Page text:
The changes that re-opening will require will also demand acts of real discipleship on behalf of all. In order to re-open, parishes need to give attention to how they will maintain social distancing, sanitize between Masses, observe number limits and allot spaces when not all may initially be allowed to attend due to number restrictions. This transition is going to call for real discipleship and stewardship in all our parish communities. Disciples will be needed to help direct traffic in our buildings, notify parishioners of the many changes and help form our communities according to the new realities of our common life together. And while there will soon be much for each disciple to do, we are still in a time of waiting. Most parishes are starting to form re-opening committees. However, until we hear from the provincial health authorities more information about how and when we can begin to re-open, we must now simply wait in the confidence that the Lord is with us through the power of the Holy Spirit and will guide us through this, as He has guided previous generations of the Church through the challenges which they faced.
The Ascension of the Lord marked a new beginning for the early Church. Those disciples who had been locked in the upper room in fear of the authorities were confronted with a new reality. They were not expected to face the future alone. The Holy Spirit would give them the confidence and wisdom to discern the way forward. Through our baptisms, you and I are disciples of the same Lord and received the same gift of the Holy Spirit. As we prepare for this time of social isolation to end when the provincial authorities tell us it is safe, and the slow re-opening of our churches eventually begins, let us ask the Holy Spirit to show each of us the path to discipleship that He invites us to embrace, so that we might continue the work of the Risen Christ in these new and challenging times.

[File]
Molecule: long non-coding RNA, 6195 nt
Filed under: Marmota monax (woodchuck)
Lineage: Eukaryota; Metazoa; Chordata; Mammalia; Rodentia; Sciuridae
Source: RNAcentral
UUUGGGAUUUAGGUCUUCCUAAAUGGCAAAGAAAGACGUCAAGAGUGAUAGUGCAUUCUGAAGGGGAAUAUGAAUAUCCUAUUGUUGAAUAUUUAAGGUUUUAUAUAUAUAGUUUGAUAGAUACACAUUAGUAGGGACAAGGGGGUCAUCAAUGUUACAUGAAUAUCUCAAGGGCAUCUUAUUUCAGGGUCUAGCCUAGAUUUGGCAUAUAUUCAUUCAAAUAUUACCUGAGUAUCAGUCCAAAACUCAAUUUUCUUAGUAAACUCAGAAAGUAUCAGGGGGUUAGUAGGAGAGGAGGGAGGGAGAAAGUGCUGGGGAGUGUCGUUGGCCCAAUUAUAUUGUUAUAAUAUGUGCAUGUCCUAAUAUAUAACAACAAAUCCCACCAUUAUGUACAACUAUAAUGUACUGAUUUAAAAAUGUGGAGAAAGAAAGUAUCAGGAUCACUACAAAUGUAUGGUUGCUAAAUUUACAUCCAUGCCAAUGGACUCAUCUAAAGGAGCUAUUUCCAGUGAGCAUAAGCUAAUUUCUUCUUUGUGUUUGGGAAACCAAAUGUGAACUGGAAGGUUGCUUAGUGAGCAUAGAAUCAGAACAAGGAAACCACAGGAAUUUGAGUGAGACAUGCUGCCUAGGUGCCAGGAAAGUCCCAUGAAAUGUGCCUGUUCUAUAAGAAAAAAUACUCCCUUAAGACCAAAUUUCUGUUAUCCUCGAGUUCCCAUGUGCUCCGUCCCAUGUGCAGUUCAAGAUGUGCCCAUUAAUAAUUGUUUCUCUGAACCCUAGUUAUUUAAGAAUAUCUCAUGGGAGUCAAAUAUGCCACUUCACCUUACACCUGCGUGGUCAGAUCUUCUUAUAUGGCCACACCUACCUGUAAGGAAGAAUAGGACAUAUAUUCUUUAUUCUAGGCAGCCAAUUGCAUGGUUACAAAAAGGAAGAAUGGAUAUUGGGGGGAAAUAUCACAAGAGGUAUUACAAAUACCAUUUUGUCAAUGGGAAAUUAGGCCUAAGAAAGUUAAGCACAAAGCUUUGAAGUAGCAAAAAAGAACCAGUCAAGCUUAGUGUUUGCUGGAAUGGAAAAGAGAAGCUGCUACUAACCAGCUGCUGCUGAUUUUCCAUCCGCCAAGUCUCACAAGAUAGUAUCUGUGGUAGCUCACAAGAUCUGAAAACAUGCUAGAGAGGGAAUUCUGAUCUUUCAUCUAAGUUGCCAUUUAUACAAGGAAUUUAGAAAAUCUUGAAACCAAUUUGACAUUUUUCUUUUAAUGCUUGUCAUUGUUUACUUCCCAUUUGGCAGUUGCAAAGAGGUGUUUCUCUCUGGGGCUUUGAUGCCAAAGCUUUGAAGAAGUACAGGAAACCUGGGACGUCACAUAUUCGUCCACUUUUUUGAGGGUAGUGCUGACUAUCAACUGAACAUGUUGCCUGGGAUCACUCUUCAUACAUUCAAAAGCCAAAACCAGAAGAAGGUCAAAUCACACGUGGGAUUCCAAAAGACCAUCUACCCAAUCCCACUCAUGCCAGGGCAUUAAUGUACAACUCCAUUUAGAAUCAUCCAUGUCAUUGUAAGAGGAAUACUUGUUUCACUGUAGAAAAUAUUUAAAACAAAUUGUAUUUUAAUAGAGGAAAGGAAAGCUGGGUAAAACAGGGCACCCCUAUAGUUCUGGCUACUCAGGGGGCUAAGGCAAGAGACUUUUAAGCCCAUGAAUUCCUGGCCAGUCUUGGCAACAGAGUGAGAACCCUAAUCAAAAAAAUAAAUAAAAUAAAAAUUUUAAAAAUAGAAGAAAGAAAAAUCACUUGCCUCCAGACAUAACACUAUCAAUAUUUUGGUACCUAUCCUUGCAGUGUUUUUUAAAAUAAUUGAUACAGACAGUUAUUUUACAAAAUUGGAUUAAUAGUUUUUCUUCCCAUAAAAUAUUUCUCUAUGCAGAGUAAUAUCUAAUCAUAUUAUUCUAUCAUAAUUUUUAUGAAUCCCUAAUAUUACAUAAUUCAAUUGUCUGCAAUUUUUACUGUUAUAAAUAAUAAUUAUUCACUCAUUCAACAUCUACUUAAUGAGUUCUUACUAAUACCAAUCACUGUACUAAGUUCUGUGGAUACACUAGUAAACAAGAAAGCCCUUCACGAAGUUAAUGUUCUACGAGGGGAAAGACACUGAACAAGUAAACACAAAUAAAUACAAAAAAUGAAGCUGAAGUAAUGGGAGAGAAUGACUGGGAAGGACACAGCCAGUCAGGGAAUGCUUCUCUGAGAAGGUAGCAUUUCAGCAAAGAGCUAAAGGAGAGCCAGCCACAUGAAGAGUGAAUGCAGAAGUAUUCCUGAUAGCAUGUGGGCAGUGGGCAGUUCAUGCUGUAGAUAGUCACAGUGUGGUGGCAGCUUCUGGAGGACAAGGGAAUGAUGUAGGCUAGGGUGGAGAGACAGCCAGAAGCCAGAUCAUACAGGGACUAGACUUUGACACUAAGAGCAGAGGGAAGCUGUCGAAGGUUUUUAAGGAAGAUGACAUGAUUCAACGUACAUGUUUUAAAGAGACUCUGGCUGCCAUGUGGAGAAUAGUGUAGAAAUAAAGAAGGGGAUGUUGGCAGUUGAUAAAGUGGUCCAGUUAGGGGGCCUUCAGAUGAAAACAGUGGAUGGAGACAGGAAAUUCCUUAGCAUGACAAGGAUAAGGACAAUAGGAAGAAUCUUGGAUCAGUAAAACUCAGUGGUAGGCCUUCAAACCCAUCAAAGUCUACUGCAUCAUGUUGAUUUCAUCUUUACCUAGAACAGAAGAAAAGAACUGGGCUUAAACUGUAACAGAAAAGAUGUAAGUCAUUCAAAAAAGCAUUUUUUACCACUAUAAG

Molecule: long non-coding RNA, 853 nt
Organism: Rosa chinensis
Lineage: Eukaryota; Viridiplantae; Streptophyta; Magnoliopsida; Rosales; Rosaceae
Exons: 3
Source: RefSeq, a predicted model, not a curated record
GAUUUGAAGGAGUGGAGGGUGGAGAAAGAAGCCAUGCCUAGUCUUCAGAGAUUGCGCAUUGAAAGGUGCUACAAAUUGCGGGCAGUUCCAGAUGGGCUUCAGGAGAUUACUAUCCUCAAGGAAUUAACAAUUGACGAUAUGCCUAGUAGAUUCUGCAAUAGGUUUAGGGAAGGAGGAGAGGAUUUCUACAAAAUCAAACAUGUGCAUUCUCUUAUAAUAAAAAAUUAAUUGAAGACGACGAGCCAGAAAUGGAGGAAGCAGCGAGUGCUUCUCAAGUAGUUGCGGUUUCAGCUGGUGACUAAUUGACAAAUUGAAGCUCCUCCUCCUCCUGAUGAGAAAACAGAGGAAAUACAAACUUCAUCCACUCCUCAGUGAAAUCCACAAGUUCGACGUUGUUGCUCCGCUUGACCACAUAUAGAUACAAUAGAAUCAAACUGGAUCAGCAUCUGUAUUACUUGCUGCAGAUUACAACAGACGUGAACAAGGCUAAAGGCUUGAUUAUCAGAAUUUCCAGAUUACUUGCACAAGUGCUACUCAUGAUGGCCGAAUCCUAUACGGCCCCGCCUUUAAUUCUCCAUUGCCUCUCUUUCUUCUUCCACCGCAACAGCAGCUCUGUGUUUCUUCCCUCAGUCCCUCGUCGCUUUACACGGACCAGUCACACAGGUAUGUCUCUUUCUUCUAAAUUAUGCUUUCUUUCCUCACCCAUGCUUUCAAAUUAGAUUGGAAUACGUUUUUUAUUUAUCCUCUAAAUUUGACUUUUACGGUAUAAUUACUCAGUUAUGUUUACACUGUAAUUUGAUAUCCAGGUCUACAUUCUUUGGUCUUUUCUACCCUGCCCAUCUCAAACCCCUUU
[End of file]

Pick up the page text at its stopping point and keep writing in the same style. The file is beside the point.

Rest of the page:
In the days to come, may every baptized disciple of the Lord be prepared to embrace her/his role of discipleship as we work together to continue the mission given by Christ to be stewards in our parish community.
Rev. Michael McGourty
Pastor—St. Peter’s Toronto—Toronto.
This reflection based on the readings for the Solemnity of the Ascension of the Lord: Acts 1:1-11; Ephesians 1:17-23; and Matthew 28:19-20.